The Perfect Price for Danielle Hunter

A three-year deal involving $75 million. Good chance that’s where Kwesi Adofo-Mensah and Danielle Hunter begin the conversation.

The 29-year-old is having an elite season. With 13.5 sacks, Hunter is in a tie for 1st place in the NFL. With 18 TFLs, Hunter stands alone in 1st place in the NFL. And, of course, we’ve all seen the veteran demonstrate tremendous hustle in run defense on various occasions. By no means a one-trick pony, Hunter is a menace when defending the run, as well.

NFL: Minnesota Vikings at Green Bay Packers
Oct 29, 2023; Green Bay, Wisconsin, USA; Minnesota Vikings linebacker Danielle Hunter (99) strip-sacks Green Bay Packers quarterback Jordan Love (10) in the game at Lambeau Field. Mandatory Credit: Tork Mason-USA TODAY Sports

The question, then, rests in how much it will cost to keep him around. One has to assume that several teams called about acquiring the pass rusher at the trade deadline, but the Vikings opted against moving him. Part of that decision comes down to an ongoing belief in their ability to be a playoff team during the current season but there’s also an indication that both sides think a new deal will come to fruition.

During training camp, Hunter said that his goal was to remain with the Vikings for the duration of his career. That desire means something, folks. And, of course, we remember a very important truth: as soon as the Vikings let go of Danielle Hunter, they’ll begin looking for someone exactly like Danielle Hunter. Keeping him seems like the better move, doesn’t it?

Add it all together and we’re left with the question about what a deal could look like.

What Will Danielle Hunter Get on his Next Contract?

Green Bay kept Rashan Gary – who is 26 – around until 2027 on deal that carries a $24 million average. Meanwhile, in Chicago, Montez Sweat – who is 27 – signed a deal that will keep him in the Windy City through the 2027 season. His contract comes alongside a $24.5 million average.

In Minnesota, the Vikings could very plausibly opt for a contract that carries a $25 million average. Doing so would be an obvious nod toward those other deals in the NFC North while acknowledging what’s plain to see: Hunter is better than both Gary and Sweat.

NFL: Chicago Bears at Minnesota Vikings
Nov 27, 2023; Minneapolis, Minnesota, USA; Minnesota Vikings linebacker Danielle Hunter (99) sacks Chicago Bears quarterback Justin Fields (1) in the first quarter at U.S. Bank Stadium. Mandatory Credit: Brad Rempel-USA TODAY Sports

Now, there are factors other than just on-field ability. Hunter’s age and injury history are working against him. Those things will likely contribute toward him not climbing into the same range as someone like Nick Bosa, T.J. Watt, or Joey Bosa.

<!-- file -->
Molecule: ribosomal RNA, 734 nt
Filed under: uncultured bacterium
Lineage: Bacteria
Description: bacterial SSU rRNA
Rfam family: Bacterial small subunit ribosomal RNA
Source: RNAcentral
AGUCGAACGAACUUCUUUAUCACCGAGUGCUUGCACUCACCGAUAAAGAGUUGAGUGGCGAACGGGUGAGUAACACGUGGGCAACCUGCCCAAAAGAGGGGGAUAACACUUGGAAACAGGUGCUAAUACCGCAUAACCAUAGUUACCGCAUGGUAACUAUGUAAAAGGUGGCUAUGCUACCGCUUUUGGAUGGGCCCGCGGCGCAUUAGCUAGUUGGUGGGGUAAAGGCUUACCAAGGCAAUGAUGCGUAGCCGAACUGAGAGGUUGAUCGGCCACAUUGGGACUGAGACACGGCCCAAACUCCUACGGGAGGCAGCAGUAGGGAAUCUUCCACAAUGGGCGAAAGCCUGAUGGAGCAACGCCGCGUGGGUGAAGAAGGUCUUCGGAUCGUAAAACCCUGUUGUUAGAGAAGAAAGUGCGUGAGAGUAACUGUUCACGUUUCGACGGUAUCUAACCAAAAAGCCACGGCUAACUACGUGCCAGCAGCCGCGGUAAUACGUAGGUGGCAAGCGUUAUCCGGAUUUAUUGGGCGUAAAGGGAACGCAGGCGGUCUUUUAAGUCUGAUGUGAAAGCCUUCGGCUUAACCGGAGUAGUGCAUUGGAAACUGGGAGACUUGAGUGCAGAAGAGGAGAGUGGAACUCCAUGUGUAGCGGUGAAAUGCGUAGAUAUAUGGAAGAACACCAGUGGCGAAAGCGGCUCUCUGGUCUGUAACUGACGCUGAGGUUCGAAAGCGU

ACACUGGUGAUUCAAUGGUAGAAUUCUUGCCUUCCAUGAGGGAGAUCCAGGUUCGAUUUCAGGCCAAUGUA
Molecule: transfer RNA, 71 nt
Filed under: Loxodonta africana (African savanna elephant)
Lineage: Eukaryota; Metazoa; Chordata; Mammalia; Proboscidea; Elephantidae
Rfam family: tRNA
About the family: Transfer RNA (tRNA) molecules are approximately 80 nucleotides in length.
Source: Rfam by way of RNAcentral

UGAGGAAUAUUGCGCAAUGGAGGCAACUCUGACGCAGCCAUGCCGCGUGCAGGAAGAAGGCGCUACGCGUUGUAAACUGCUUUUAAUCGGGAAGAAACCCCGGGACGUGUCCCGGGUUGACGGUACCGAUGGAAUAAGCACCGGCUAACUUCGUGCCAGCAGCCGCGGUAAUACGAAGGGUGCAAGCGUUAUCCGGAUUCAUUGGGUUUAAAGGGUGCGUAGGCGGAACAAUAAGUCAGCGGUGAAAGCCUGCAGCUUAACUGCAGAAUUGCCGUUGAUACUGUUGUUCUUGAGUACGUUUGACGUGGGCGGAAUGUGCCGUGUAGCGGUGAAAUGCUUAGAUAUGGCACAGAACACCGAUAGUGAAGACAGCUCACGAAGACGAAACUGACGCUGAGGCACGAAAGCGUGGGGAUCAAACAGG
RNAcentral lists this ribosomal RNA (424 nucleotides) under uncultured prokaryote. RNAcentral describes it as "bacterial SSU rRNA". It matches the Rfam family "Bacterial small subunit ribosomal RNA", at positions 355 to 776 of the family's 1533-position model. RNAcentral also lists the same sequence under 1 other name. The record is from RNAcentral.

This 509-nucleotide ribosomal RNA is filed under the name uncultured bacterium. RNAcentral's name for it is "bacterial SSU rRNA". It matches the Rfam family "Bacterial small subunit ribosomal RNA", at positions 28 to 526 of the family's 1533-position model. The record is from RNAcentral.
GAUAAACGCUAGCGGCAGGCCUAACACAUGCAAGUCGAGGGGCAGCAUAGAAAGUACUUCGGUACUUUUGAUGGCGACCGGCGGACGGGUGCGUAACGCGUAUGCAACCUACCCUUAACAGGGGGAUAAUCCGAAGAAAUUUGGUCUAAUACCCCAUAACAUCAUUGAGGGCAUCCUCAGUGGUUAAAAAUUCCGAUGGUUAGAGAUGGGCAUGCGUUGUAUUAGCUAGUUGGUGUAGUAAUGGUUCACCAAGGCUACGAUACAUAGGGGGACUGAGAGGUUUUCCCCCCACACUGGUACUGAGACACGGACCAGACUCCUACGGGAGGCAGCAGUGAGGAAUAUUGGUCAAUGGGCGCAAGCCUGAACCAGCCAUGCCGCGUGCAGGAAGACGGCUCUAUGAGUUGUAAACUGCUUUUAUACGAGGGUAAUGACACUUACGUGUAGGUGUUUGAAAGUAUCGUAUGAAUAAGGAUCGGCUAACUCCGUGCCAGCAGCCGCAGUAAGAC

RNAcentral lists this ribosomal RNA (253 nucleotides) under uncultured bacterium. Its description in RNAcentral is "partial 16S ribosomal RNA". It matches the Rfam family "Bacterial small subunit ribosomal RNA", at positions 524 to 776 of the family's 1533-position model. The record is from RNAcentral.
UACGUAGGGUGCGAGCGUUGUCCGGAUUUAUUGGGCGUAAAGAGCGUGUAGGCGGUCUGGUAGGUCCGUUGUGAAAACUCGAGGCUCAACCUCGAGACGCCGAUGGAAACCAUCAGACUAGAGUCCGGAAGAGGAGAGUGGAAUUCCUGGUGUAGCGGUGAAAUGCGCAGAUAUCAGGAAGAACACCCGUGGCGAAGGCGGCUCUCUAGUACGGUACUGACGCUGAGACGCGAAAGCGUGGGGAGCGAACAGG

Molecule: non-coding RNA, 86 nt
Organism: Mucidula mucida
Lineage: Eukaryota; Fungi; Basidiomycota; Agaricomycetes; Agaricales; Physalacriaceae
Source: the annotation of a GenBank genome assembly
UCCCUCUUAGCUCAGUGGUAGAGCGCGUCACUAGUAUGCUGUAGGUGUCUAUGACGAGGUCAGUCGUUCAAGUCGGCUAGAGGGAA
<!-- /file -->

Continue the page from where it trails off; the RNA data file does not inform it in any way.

The sweet spot seems to be something within the range of $25 million per season for three or four years. That kind of deals offers some long-term stability without being too wild of a commitment for someone who will soon see a “3” in front of his age. A desire to see Hunter be kept around until 2027 – the critical year in the Gary and Sweat deals – would mean a four-year contract.

Maybe the significant detail, though, will be the guaranteed money that Hunter secures. The full guarantees for Gary comes in a bit below $35 million. For Sweat, the total is a touch below $42 million. Where will things land for Hunter?

NFL teams regularly ask their players to accept deals carrying no shortage of fake money, the kind of compensation that can really skew the annual average. A lot of players take pride in seeing their deal hit notable benchmarks – in Hunter’s case, an annual average coming in ahead of Sweat and Gary – but one wonders if the stronger draw will be bringing in hearty guarantees.

Grading the Vikings Position Groups: Defense
Dec 16, 2018; Minneapolis, MN, USA; Minnesota Vikings defensive end Danielle Hunter. Mandatory Credit: Brace Hemmelgarn-USA TODAY Sports.

Given Kwesi’s recent history, a contract that only offers three years of real commitment but five years of signing bonus stretching (a tactic that can be achieved through void years) may be the play. The Vikings would be able to kick over a hearty portion of guaranteed money via signing bonus while lessening the salary cap pain in the immediate.

Regardless of the finer details, a deal that’s somewhere around $25 million in annual average is the benchmark that people can be keeping in mind. Hunter could come in a touch above that number or maybe even a touch below, but the recent history suggests that’s right about where he’ll find himself.

If the season ended today, Hunter would be a frontrunner to snag an All Pro nomination. He has never been a first-team All Pro.

Editor’s Note: Information from Pro Football Reference and Over the Cap helped with this piece.

K. Joudry is the Senior Editor for Vikings Territory and PurplePTSD. He has been covering the Vikings full time since the summer of 2021. He can be found on Twitter and as a co-host for Notes from the North, a humble Vikings podcast.